That school visit reminded me of how much I enjoy being an author; how rewarding it is to write books for people to read, and to have those people enjoy reading them.

Then, I was invited to be a guest speaker for the Baw Baw Writers' Network alongside fellow author, Michelle Path.  Michelle had just released her first two books, Suki and the Seedling, and Xalien the Purple Alien, and her enthusiasm and love for writing was evident.  She really inspired me and we have kept in contact ever since.

It was these two events that brought the writing bug back.  Writing is such a creative thing.  It's hard to step away from unless you have another outlet, or keep busy with other things.  Luckily I was busy with other things.     

Then, just a few weeks ago, I received my edited Alby manuscript back from Nan!  I went through the edits and Nan's notes, and cannot believe how much I had missed this process, as stressful as it can sometimes be.  It's amazing how a good editor can make a book so much better, just by changing small things.  And Nan is awesome.  It also helps when it's a chapter book for younger readers because the word count is a lot smaller, so the editing doesn't take as long. 

With the editing now done, the manuscript is currently with the wonderful Kim Dingwall, who illustrated Alby and the Cat: Showbusiness.  She is also the niece of the late Allan Cornwell, who was not only a wonderful man, but instrumental in publishing all my books and getting them to the standard that saw them picked up by The Five Mile Press.  It's fantastic to have her on board again.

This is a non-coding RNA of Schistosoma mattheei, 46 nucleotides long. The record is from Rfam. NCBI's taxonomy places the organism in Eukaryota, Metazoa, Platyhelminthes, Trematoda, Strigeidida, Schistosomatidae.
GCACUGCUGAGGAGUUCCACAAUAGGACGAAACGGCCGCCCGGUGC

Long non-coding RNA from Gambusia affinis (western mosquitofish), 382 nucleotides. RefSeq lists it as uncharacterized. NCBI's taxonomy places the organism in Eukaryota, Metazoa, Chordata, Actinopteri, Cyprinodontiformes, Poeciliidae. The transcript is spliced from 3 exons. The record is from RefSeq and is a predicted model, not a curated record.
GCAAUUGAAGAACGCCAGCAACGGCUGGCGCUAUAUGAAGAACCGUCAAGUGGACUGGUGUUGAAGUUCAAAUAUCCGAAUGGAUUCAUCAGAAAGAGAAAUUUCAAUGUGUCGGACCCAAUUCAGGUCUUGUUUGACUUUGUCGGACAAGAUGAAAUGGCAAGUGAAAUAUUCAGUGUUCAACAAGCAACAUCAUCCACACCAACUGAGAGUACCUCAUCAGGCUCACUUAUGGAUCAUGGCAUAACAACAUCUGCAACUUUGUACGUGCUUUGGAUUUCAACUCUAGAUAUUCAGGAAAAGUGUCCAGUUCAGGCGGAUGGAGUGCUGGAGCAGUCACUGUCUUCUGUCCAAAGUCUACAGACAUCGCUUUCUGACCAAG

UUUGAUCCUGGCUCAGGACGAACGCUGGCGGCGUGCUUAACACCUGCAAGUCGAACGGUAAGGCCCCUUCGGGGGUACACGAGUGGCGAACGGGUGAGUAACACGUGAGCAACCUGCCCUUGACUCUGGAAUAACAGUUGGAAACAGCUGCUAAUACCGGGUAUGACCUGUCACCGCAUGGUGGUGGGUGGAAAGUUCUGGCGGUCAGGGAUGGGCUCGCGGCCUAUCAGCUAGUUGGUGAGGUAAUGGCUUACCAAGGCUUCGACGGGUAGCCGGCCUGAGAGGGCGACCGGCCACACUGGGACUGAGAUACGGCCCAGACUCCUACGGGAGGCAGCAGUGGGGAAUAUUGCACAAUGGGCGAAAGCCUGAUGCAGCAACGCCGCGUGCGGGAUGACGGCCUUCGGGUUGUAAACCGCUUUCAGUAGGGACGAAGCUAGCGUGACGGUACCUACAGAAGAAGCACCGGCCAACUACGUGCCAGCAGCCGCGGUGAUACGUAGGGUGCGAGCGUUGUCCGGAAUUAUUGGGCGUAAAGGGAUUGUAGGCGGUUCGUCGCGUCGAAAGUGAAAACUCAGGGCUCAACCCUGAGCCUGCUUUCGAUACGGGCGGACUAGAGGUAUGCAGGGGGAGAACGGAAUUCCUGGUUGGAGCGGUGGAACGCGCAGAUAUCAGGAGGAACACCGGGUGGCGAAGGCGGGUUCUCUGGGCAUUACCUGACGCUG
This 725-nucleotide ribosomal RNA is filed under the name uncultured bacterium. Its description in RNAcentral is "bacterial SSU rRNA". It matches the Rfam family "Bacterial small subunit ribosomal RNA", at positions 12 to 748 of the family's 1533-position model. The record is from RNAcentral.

So, I'm very excited to tell you that some time in the next few months, Alby and the Cat: All Holed Up will be published!
So all you Alby fans, watch out for updates!


Thursday, March 22, 2012

Book Week

Book Week can be one of the busiest and most challenging times of the year for an author, but it is one of the most rewarding, too, and I always come away thinking how fortunate I am.

Every school and library I have visited since my first book, Quizzical, came out, has been so welcoming, and the staff and children, wonderful. All are different, yet similar, and I have enjoyed each and every one.

I remember a couple of years ago I visited a library and was booked for two sessions. The most children I'd had in a session prior to that was about 80, and I was expecting about the same amount for these particular sessions, except that when I got there I was told that the schools had given the the library the wrong student numbers and there would, in fact, be approximately 120 students in each session.

I absorbed this, with a smile. I figured, what's forty more? The more the merrier! Well, I was hoping that would be the case, anyway! And it was. The children were brilliant. They were all so into the session. They were loud, but only when they needed to be, and excited, but always respectful, and it was one of the best sessions I've ever had!

I visited four schools over four days this year, leaving one day of the week free to catch my breath. As most authors would know, a lot of preparation goes into each session, whether it be at a school, or a library, and most schools and libraries request more than one session. It is not unusual to spend a day at a school, especially around Book Week, so you have to tailor each session to suit whatever year level you are speaking to. Your first session may be for Year 6's and your very next may be Preps and while each may be similar, they can be very different in many ways, too. They can be very draining, too. But I wouldn't swap it for anything. It is such a privilege to be invited to schools and libraries, and to get the opportunity to speak to children about your books.